From BR Bullpen
James Ray McDaniel
- Bats Right, Throws Right
- Height 6' 2", Weight 181 lb.
 Biographical information
Jimmie McDaniel was a minor league outfielder who played from 1950 to 1963 in the Cleveland Indians, Chicago Cubs, Milwaukee Braves, Pittsburgh Pirates, Detroit Tigers and Houston Astros farm systems. He hit 30+ home runs at the AAA level three times yet never made it to the major leagues.
He began his career in 1950 at the age of 17, playing for the Reno Silver Sox (five games) and Riverside Rubes (seven). It is known that he hit .235 with the Rubes, though his average with the Silver Sox is unknown. In 1951, he played another abridged season, appearing in five games for the Bakersfield Indians (who were affiliated with the Indians), four for the Yuma Panthers and five for the Tacoma Tigers. In those 14 games, he hit .278 in 18 at-bats.
He blossomed in 1952 at the age of 19 while playing for the Visalia Cubs in the Chicago Cubs organization. With them, he hit .293 with 23 home runs and 30 doubles in 134 games. He led California League outfielders with 17 errors but also had 20 assists, second-best. His 134 RBI were second in the Cal League to Ben Downs and he tied for 4th in the loop in long balls.
The next year, he played for the Des Moines Bruins, hitting only .225/~.298/.355 with 12 home runs and 15 doubles in 422 at-bats. He slugged 19 home runs for the Bruins in 1954 and 24 in 1955. In '55, he was 4th in the Western League in homers and 5th in strikeouts (101).
He split the 1956 season between the Bruins and the Topeka Hawks in the Braves organization, hitting a combined .297 with 26 home runs and 95 RBI. He was 4th in the Western League with 19 swipes and 5th with 109 strikeouts but was 11 shy from making the loop's top five in the high-flying loop; he was 40 long balls behind leader Dick Stuart. Again with Topeka in 1957, he hit .312 with 36 home runs in 141 games. He was third in homers, 4th with 116 RBI (17 behind leader Alfred Pinkston), was 4th with 295 total bases, 5th with 122 runs and 5th with 107 walks. He made the WL All-Star team as a utility man.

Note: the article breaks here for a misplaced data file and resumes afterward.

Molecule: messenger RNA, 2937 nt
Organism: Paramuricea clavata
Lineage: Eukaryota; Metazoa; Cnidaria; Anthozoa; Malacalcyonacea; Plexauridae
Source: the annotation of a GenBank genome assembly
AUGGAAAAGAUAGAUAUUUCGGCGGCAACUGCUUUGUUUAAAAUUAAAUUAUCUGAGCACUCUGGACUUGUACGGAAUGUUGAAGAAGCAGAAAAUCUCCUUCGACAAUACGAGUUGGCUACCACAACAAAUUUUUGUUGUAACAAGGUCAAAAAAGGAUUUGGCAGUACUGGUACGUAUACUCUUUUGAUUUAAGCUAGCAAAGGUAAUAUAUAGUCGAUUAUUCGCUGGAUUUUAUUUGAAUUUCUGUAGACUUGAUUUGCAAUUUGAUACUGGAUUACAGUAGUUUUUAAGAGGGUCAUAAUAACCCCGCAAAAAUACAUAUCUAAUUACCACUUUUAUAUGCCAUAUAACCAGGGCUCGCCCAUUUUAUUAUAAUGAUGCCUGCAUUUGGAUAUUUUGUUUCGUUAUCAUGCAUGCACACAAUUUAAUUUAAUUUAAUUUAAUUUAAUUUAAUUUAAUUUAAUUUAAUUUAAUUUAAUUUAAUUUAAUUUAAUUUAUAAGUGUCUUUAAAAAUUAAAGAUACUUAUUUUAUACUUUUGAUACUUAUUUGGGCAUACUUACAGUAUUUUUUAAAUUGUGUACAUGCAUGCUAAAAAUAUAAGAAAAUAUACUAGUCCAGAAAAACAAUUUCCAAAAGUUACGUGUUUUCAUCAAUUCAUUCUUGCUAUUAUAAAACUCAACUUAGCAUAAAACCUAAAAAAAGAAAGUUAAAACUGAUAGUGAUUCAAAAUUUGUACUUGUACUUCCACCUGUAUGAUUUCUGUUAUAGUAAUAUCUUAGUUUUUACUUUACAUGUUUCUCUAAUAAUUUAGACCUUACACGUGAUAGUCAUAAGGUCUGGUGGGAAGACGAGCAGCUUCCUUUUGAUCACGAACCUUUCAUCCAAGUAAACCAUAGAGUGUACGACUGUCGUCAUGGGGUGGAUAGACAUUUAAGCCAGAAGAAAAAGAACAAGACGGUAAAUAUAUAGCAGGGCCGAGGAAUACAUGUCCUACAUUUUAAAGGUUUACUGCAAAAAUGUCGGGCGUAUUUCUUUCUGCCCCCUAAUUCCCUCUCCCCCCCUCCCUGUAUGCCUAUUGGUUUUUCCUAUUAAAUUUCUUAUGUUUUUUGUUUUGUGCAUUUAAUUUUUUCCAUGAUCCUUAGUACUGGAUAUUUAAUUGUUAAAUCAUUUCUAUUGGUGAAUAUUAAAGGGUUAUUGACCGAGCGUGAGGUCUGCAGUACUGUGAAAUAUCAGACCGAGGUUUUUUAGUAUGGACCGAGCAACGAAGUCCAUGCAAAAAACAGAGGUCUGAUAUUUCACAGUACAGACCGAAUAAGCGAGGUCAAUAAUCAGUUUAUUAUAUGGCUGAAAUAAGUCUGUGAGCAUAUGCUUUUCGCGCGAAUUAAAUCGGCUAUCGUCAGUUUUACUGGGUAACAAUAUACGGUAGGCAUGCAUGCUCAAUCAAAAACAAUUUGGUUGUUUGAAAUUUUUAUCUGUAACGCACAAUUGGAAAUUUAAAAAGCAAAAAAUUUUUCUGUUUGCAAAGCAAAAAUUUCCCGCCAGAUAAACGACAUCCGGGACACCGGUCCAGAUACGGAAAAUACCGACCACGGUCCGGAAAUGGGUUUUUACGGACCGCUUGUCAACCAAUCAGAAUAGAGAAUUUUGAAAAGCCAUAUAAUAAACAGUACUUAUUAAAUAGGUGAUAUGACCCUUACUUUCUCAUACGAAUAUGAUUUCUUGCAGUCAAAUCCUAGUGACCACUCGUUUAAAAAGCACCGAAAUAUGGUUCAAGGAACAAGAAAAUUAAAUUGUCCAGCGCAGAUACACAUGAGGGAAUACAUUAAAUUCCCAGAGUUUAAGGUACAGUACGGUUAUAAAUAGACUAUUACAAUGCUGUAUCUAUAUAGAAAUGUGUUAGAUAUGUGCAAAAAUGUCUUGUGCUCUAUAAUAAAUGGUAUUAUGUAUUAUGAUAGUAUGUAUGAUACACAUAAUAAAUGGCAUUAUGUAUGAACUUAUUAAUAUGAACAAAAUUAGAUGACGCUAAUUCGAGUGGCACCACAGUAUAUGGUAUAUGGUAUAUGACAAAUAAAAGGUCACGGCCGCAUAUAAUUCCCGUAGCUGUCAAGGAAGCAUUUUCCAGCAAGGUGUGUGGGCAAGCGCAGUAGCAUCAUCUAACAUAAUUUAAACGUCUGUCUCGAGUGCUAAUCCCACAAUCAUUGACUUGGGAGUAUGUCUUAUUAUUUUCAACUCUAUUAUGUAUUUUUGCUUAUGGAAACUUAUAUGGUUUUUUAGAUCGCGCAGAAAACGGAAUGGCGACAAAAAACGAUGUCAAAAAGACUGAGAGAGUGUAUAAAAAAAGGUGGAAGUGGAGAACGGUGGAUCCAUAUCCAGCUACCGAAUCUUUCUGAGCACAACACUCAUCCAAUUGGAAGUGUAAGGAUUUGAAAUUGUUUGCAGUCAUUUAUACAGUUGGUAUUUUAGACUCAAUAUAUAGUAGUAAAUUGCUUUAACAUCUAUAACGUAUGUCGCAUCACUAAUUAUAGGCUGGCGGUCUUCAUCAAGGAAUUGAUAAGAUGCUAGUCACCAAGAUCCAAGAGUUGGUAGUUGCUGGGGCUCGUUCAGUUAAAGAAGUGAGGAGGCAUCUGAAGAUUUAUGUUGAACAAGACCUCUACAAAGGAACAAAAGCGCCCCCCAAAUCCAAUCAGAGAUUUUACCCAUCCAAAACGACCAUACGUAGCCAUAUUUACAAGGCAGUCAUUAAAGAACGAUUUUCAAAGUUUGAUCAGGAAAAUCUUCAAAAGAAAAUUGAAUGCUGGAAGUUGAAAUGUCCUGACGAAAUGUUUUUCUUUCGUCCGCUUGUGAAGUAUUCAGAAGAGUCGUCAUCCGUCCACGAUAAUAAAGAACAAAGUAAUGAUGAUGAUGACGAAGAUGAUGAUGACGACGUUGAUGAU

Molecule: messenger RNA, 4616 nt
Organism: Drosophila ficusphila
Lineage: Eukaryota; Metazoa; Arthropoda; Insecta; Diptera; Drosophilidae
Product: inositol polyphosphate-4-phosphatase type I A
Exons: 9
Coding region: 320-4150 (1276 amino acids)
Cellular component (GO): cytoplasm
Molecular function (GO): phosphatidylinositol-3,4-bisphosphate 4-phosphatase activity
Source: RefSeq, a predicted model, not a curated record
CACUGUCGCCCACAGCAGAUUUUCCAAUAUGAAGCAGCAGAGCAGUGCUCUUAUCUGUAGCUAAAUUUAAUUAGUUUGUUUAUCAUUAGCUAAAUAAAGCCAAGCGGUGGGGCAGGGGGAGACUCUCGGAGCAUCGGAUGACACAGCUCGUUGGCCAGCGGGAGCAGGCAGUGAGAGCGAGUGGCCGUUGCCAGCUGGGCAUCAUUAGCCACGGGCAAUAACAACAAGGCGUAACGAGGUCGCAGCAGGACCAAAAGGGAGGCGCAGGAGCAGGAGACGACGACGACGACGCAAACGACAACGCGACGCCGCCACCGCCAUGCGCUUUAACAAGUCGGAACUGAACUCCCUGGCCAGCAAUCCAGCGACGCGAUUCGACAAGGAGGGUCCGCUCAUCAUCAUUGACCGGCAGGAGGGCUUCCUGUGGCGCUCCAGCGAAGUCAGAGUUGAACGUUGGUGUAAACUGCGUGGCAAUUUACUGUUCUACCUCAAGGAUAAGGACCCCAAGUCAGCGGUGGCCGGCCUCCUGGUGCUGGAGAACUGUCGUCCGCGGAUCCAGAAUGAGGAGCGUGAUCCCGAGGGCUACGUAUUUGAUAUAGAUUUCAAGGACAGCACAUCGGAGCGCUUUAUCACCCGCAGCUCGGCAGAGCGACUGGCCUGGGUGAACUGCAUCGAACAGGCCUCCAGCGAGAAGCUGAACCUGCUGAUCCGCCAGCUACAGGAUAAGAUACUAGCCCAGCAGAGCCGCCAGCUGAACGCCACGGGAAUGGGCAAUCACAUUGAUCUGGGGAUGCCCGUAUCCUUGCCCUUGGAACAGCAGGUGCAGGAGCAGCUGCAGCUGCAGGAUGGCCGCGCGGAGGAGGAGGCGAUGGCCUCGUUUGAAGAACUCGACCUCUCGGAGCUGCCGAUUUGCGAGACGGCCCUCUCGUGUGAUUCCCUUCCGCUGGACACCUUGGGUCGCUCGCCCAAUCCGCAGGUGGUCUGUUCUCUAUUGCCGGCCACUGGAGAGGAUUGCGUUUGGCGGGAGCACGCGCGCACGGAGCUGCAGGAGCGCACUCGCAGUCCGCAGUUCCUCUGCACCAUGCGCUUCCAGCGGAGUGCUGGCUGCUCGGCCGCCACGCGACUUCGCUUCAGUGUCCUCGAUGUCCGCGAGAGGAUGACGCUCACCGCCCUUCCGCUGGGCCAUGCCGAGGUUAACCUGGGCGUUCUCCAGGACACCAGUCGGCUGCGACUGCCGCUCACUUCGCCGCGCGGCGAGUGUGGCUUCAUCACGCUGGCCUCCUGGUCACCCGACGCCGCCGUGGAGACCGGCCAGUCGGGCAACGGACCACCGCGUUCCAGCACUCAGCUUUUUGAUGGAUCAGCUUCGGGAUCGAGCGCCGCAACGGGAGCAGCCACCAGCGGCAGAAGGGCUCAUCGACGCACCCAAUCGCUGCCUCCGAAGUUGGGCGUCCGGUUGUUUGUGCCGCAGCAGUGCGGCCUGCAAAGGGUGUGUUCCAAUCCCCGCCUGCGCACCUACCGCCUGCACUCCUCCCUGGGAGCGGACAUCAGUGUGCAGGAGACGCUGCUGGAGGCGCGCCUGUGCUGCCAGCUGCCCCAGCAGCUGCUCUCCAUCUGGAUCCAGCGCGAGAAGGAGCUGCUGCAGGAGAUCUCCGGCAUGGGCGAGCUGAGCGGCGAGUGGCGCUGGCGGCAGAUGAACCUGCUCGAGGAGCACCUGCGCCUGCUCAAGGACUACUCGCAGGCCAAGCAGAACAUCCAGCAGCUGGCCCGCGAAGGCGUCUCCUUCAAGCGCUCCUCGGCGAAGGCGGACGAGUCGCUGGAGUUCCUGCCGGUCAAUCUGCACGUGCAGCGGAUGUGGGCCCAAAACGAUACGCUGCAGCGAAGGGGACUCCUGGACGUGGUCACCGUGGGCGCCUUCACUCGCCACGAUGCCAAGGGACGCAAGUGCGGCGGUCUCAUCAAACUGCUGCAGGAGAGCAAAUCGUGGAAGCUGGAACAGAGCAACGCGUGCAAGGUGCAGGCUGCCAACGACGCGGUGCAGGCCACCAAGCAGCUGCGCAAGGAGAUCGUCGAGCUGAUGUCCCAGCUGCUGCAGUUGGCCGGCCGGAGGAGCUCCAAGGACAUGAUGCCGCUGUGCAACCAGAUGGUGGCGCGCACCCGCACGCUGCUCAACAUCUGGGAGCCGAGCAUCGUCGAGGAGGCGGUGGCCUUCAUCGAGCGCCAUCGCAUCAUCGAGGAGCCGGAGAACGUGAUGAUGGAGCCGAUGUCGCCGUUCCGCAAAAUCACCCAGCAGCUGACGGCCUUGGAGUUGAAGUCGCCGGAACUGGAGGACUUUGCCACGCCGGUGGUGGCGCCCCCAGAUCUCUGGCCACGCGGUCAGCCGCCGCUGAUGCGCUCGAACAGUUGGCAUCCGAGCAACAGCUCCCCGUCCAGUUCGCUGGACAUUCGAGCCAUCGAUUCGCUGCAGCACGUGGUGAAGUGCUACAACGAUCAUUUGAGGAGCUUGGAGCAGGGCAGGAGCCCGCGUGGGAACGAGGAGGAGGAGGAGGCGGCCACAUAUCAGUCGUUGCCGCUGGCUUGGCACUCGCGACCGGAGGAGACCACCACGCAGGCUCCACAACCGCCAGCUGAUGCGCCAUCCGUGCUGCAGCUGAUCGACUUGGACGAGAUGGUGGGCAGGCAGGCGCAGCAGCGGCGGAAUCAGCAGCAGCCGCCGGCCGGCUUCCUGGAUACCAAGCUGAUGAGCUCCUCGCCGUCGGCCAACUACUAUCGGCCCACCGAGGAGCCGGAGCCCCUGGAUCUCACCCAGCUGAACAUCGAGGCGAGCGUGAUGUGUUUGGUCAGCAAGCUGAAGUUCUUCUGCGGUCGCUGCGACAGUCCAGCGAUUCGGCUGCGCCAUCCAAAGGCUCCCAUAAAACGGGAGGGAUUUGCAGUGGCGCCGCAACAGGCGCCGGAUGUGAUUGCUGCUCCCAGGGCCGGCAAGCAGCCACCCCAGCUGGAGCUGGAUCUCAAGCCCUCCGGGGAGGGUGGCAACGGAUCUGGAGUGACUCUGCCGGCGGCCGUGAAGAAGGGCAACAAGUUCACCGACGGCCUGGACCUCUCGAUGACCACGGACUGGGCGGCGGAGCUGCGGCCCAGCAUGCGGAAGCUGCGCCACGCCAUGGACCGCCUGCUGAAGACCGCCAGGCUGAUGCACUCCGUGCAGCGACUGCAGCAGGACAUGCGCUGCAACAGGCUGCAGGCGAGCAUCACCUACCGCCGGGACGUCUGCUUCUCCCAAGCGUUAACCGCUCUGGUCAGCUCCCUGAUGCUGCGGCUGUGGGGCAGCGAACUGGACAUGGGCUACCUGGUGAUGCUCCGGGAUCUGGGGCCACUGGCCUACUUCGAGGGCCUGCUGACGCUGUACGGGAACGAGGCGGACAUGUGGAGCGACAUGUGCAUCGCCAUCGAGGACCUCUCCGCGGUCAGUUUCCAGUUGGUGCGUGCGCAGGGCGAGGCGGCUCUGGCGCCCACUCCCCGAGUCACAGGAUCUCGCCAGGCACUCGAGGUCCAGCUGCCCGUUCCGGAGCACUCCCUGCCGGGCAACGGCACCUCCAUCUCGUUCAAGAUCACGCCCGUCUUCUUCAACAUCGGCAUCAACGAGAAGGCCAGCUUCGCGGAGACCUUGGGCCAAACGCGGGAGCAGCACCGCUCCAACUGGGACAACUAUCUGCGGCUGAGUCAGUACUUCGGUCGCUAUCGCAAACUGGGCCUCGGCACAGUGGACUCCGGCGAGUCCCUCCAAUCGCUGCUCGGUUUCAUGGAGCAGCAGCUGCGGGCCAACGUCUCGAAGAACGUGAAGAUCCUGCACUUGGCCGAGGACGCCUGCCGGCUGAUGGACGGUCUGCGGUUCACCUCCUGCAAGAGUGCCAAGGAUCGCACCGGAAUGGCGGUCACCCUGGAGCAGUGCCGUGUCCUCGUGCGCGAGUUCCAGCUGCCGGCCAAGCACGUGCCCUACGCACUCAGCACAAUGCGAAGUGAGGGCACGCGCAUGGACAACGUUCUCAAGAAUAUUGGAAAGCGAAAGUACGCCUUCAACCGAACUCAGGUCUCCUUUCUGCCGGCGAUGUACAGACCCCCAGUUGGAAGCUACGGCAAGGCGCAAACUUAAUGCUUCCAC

For the 1958 season, he moved on to the Salt Lake City Bees in the Pirates organization, hitting .293 with 37 home runs and 100 RBI. Jimmie led the Pacific Coast League in homers (two ahead of George Freese) and tied Dusty Rhodes for the RBI lead. Still only 25 years old, he had made an amazing debut in AAA; unfortunately, Pittsburgh's outfield was too crowded to crack with Roberto Clemente, Bob Skinner and Bill Virdon.
He split the 1959 season between the Denver Bears (81 games, 24 home runs, 79 RBI, .287 average) and the Columbus Jets (64 games, nine home runs, 34 RBI, .250 average), hitting a combined .271 with 33 home runs and 112 RBI in 145 games. Despite only having spent half the year with Denver, he was 5th in the American Association in homers, six behind leader Ron Jackson. He joined the Denver Bears again - as well as the Tigers organization, as the Bears became affiliated with them for the season - in 1960, and hit .288 with 19 home runs and 92 RBI (4th in the AA). With the Bears in 1961, he batted .282 with 30 home runs and 114 RBI in 150 games. He was two homers behind AA leader Cliff Cook and five RBI behind him, finishing second in both departments.
He split the 1962 season between the Bears and the Oklahoma City 89ers in the Astros system, hitting .248 with 17 home runs and 70 RBI. He struck out prodigiously, fanning 135 times in only 379 at-bats (he also walked a lot, taking a free pass 117 times). 1963 was his final season, spent with the 89ers. He hit .230 with four home runs and 19 RBI in 46 games.
Overall, McDaniel played 14 years in the minor leagues, hitting about .273 with 280 home runs and 1,444 hits. He was strike out prone, whiffing 180 times in 1959, 164 times in 1960 and 174 times in 1961.